Pearl Harbor’s Institutional Storytellers

Dec 1, 2016

Credit Wikipedia Commons

Next Wednesday marks the 75th anniversary of the Japanese attack on Pearl Harbor. Memorial events are taking place all week, involving a number of organizations. We get more on that part of the story from Pacific Business News Editor in Chief A. Kam Napier.

Days of activities are planned to commemorate the lives lost, and the lives changed on Dec. 7, 1941. The business community has stepped up, with nearly $1.6 million in sponsorships. The Hawaii Tourism Authority estimates Hawaii will receive 10,000 out-of-state visitors for the events and that as many 120,000 people, visitors and locals alike, will take part.

For this week’s cover story, we focused on the four entities in Pearl Harbor that, combined, tell the World War II story. One is a government agency, three are independent non-profits. And they are among the most visited attractions in Hawaii, even when there isn’t a big anniversary.

The National Park Service administers the USS Arizona Memorial, now known as the World War II Valor in the Pacific National Monument. With a nearly $4 million annual budget, it welcomes $1.5 million visitors a year.  330 thousand people visit the nearby USS Bowfin each year—a submarine that served in the Pacific throughout the war. On Ford Island, and visible for miles around, the USS Missouri. That’s where the war with Japan officially ended with the signing of surrender documents. Six-hundred thousand people year visit the Mighty Mo. And next door to that is the youngest museum in the group, the Pacific Aviation Museum, visited by 250,000 people annually.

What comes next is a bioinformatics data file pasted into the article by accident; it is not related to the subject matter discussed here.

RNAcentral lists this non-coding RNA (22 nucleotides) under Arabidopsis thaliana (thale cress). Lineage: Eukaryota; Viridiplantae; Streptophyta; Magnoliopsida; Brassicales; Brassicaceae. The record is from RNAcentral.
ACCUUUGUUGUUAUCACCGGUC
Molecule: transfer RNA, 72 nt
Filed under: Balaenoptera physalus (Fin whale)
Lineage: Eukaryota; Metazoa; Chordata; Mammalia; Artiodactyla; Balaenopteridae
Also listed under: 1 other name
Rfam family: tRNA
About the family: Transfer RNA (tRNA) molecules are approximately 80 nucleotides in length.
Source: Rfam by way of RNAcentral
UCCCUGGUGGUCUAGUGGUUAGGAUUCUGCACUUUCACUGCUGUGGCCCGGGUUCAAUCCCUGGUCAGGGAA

All four are ready are ready for the big anniversary, and the spike in interest and visitation could translate into much needed additional support. All four face challenges — for the Arizona, its maintenance backlog, for the other three, the challenge of fairly small non-profits tending to very large parts of history.